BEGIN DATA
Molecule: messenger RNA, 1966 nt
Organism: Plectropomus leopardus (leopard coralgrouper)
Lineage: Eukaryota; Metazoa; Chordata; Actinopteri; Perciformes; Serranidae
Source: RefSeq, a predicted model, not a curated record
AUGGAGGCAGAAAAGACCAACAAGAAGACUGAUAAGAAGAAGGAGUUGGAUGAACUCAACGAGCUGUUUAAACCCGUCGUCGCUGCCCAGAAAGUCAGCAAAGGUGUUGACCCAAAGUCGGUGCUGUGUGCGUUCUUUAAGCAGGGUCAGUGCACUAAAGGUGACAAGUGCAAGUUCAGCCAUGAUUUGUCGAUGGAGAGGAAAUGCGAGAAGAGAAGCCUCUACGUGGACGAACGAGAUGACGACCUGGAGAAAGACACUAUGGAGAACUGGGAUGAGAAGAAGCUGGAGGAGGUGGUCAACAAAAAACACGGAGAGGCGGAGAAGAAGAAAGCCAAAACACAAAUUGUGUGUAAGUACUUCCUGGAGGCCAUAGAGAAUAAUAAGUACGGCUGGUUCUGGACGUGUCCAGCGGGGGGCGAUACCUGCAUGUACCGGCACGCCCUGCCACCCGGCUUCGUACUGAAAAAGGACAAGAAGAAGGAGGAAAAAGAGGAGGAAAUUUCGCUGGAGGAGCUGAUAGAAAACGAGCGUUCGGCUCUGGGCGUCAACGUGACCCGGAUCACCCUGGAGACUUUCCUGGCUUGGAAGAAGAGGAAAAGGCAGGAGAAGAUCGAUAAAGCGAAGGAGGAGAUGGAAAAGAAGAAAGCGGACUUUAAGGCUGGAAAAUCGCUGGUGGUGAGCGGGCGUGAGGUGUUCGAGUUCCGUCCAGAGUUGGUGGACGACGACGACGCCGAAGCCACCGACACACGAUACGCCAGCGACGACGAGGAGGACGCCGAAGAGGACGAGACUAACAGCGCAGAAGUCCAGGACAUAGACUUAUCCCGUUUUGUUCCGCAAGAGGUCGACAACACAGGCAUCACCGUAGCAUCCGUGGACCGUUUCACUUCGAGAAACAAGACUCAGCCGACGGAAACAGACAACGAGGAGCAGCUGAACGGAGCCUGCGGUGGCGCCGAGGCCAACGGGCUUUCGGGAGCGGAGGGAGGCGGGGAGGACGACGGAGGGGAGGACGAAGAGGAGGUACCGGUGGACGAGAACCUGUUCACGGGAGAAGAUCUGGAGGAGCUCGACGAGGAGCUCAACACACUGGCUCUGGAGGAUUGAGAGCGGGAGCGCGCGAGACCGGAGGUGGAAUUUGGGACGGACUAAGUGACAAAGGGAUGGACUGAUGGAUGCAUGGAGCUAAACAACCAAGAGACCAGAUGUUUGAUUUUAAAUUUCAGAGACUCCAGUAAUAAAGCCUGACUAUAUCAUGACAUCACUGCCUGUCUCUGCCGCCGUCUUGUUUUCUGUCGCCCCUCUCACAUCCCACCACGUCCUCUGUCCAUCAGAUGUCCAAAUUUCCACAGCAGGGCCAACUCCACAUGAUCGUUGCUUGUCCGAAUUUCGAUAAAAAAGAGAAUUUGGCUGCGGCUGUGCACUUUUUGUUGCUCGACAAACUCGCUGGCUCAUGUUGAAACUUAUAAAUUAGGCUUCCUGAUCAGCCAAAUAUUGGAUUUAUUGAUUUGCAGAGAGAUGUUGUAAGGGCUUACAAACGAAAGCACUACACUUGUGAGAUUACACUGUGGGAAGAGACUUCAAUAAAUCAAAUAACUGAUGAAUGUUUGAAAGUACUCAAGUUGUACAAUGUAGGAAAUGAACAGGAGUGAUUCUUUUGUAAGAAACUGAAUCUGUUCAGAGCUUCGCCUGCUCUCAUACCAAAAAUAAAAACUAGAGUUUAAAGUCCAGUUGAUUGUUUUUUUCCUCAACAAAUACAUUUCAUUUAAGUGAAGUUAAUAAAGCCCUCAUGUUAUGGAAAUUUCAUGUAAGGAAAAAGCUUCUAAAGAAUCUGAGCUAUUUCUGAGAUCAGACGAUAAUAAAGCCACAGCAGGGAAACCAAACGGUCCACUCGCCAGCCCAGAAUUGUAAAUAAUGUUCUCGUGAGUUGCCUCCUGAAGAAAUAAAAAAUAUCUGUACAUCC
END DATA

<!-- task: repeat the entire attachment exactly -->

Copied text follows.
Molecule: messenger RNA, 1966 nt
Organism: Plectropomus leopardus (leopard coralgrouper)
Lineage: Eukaryota; Metazoa; Chordata; Actinopteri; Perciformes; Serranidae
Source: RefSeq, a predicted model, not a curated record
AUGGAGGCAGAAAAGACCAACAAGAAGACUGAUAAGAAGAAGGAGUUGGAUGAACUCAACGAGCUGUUUAAACCCGUCGUCGCUGCCCAGAAAGUCAGCAAAGGUGUUGACCCAAAGUCGGUGCUGUGUGCGUUCUUUAAGCAGGGUCAGUGCACUAAAGGUGACAAGUGCAAGUUCAGCCAUGAUUUGUCGAUGGAGAGGAAAUGCGAGAAGAGAAGCCUCUACGUGGACGAACGAGAUGACGACCUGGAGAAAGACACUAUGGAGAACUGGGAUGAGAAGAAGCUGGAGGAGGUGGUCAACAAAAAACACGGAGAGGCGGAGAAGAAGAAAGCCAAAACACAAAUUGUGUGUAAGUACUUCCUGGAGGCCAUAGAGAAUAAUAAGUACGGCUGGUUCUGGACGUGUCCAGCGGGGGGCGAUACCUGCAUGUACCGGCACGCCCUGCCACCCGGCUUCGUACUGAAAAAGGACAAGAAGAAGGAGGAAAAAGAGGAGGAAAUUUCGCUGGAGGAGCUGAUAGAAAACGAGCGUUCGGCUCUGGGCGUCAACGUGACCCGGAUCACCCUGGAGACUUUCCUGGCUUGGAAGAAGAGGAAAAGGCAGGAGAAGAUCGAUAAAGCGAAGGAGGAGAUGGAAAAGAAGAAAGCGGACUUUAAGGCUGGAAAAUCGCUGGUGGUGAGCGGGCGUGAGGUGUUCGAGUUCCGUCCAGAGUUGGUGGACGACGACGACGCCGAAGCCACCGACACACGAUACGCCAGCGACGACGAGGAGGACGCCGAAGAGGACGAGACUAACAGCGCAGAAGUCCAGGACAUAGACUUAUCCCGUUUUGUUCCGCAAGAGGUCGACAACACAGGCAUCACCGUAGCAUCCGUGGACCGUUUCACUUCGAGAAACAAGACUCAGCCGACGGAAACAGACAACGAGGAGCAGCUGAACGGAGCCUGCGGUGGCGCCGAGGCCAACGGGCUUUCGGGAGCGGAGGGAGGCGGGGAGGACGACGGAGGGGAGGACGAAGAGGAGGUACCGGUGGACGAGAACCUGUUCACGGGAGAAGAUCUGGAGGAGCUCGACGAGGAGCUCAACACACUGGCUCUGGAGGAUUGAGAGCGGGAGCGCGCGAGACCGGAGGUGGAAUUUGGGACGGACUAAGUGACAAAGGGAUGGACUGAUGGAUGCAUGGAGCUAAACAACCAAGAGACCAGAUGUUUGAUUUUAAAUUUCAGAGACUCCAGUAAUAAAGCCUGACUAUAUCAUGACAUCACUGCCUGUCUCUGCCGCCGUCUUGUUUUCUGUCGCCCCUCUCACAUCCCACCACGUCCUCUGUCCAUCAGAUGUCCAAAUUUCCACAGCAGGGCCAACUCCACAUGAUCGUUGCUUGUCCGAAUUUCGAUAAAAAAGAGAAUUUGGCUGCGGCUGUGCACUUUUUGUUGCUCGACAAACUCGCUGGCUCAUGUUGAAACUUAUAAAUUAGGCUUCCUGAUCAGCCAAAUAUUGGAUUUAUUGAUUUGCAGAGAGAUGUUGUAAGGGCUUACAAACGAAAGCACUACACUUGUGAGAUUACACUGUGGGAAGAGACUUCAAUAAAUCAAAUAACUGAUGAAUGUUUGAAAGUACUCAAGUUGUACAAUGUAGGAAAUGAACAGGAGUGAUUCUUUUGUAAGAAACUGAAUCUGUUCAGAGCUUCGCCUGCUCUCAUACCAAAAAUAAAAACUAGAGUUUAAAGUCCAGUUGAUUGUUUUUUUCCUCAACAAAUACAUUUCAUUUAAGUGAAGUUAAUAAAGCCCUCAUGUUAUGGAAAUUUCAUGUAAGGAAAAAGCUUCUAAAGAAUCUGAGCUAUUUCUGAGAUCAGACGAUAAUAAAGCCACAGCAGGGAAACCAAACGGUCCACUCGCCAGCCCAGAAUUGUAAAUAAUGUUCUCGUGAGUUGCCUCCUGAAGAAAUAAAAAAUAUCUGUACAUCC